In other words, if there are weaknesses identified in the PPP provider’s position and the authority itself needs to gain something of advantage then it may be worthwhile developing a negotiation strategy which could lead to varying the detail of the contract expiry arrangements.
The report is particularly comprehensive, addressing issues of significance for not just the authorities, but also the PPP providers and their investors and funders. These private sector participants can expect to see the handover process for Scottish PPP assets well organised.
We commend the report to all participants, not just in relation to Scottish PPP projects but, also, equivalent projects south of the border. The report presents a thoughtful way of understanding how the public sector should be preparing for PPP expiry.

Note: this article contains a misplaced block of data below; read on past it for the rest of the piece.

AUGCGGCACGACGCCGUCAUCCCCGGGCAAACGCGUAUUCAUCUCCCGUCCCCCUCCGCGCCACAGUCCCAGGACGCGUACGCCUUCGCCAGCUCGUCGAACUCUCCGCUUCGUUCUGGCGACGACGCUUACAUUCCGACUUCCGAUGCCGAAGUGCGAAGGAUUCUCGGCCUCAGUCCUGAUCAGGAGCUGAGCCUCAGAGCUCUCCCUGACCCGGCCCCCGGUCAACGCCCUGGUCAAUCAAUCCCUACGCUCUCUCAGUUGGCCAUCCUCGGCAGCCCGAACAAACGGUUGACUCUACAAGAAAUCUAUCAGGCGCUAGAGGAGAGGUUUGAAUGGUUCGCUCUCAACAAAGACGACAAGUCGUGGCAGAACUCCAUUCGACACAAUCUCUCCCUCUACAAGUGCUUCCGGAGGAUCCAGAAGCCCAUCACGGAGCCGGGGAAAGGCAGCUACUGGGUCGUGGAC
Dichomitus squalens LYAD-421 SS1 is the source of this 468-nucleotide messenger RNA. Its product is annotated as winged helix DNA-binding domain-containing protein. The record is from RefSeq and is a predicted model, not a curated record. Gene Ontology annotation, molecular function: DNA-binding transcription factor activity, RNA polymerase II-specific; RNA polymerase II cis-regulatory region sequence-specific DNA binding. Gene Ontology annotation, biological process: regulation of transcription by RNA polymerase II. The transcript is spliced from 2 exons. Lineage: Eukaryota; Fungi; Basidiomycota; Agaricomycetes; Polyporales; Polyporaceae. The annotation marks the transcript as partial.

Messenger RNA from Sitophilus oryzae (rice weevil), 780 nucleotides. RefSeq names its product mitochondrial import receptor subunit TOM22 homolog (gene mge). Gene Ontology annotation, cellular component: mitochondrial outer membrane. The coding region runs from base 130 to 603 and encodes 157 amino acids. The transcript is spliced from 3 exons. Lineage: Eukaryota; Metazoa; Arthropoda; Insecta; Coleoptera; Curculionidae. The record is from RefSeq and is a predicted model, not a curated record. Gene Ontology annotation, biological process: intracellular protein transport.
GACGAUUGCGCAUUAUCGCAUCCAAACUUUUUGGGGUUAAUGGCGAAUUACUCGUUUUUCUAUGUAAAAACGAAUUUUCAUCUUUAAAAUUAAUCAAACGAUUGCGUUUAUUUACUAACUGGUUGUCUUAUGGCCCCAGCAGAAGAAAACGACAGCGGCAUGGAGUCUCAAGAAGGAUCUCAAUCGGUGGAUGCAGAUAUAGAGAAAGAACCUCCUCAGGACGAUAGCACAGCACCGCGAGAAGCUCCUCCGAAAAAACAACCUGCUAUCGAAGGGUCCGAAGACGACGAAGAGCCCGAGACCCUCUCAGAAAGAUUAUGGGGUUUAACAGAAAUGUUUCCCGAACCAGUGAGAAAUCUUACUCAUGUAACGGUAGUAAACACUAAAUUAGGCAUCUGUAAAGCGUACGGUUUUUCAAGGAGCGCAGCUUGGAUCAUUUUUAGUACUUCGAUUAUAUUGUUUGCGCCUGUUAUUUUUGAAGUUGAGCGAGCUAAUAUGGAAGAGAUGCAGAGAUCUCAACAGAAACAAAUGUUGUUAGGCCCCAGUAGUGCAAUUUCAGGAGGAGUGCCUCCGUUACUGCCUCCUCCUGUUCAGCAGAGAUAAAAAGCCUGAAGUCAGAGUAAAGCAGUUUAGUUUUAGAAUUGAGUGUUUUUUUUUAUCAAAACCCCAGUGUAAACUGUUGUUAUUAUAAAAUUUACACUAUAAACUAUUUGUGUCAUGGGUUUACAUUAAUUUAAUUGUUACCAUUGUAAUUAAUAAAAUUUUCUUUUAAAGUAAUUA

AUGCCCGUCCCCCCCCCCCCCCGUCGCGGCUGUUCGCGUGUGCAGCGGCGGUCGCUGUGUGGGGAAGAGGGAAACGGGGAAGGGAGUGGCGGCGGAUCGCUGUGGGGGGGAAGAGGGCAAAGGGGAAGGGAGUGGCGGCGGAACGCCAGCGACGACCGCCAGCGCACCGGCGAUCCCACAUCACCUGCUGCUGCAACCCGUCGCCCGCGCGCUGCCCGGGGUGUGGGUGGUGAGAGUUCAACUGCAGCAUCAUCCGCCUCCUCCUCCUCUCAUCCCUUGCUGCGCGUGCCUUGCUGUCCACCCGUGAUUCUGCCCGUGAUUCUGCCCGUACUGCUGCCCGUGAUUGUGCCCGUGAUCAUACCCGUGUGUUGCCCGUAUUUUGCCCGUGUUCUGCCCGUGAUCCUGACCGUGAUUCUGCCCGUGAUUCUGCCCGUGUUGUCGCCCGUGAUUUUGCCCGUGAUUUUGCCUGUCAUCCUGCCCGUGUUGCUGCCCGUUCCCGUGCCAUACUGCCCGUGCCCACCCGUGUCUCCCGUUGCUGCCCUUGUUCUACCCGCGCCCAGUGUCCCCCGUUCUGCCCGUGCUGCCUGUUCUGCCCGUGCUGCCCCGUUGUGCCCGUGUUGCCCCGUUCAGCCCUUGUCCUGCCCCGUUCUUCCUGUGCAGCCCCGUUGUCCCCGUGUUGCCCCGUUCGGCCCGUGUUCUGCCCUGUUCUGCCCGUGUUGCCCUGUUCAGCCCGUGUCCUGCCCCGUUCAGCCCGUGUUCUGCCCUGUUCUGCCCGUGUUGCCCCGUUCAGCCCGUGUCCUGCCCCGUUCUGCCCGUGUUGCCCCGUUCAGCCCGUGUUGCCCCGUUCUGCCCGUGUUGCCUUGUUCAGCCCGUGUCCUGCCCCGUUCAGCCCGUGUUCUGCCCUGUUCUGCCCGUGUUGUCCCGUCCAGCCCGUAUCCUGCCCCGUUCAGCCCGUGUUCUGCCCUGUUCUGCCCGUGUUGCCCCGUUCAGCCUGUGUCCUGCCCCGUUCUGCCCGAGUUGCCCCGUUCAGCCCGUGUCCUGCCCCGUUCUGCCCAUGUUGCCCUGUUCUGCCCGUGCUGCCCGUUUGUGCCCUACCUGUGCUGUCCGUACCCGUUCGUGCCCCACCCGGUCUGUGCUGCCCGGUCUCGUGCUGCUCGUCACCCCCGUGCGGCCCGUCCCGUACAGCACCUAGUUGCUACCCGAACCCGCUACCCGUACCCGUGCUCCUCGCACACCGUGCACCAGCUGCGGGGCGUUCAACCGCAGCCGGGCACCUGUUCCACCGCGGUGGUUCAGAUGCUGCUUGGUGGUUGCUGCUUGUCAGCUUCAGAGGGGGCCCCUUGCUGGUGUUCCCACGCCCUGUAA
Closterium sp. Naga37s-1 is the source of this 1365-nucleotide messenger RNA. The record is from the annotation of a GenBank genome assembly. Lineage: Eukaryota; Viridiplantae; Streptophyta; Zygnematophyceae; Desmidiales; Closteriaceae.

The content of this page is a summary of the law in force at the date of publication and is not exhaustive, nor does it contain definitive advice. Specialist legal advice should be sought in relation to any queries that may arise.
‘Doing the right thing’ is at the heart of Freeths. Find out more about our excellent client service and the strong set of values that guide the way we work.
Talk to us
Freeths are a leading national law firm with 13 offices across the UK. If you have a query about our services or just want to find out more, why not give us a call?
Contact: 03301 001 014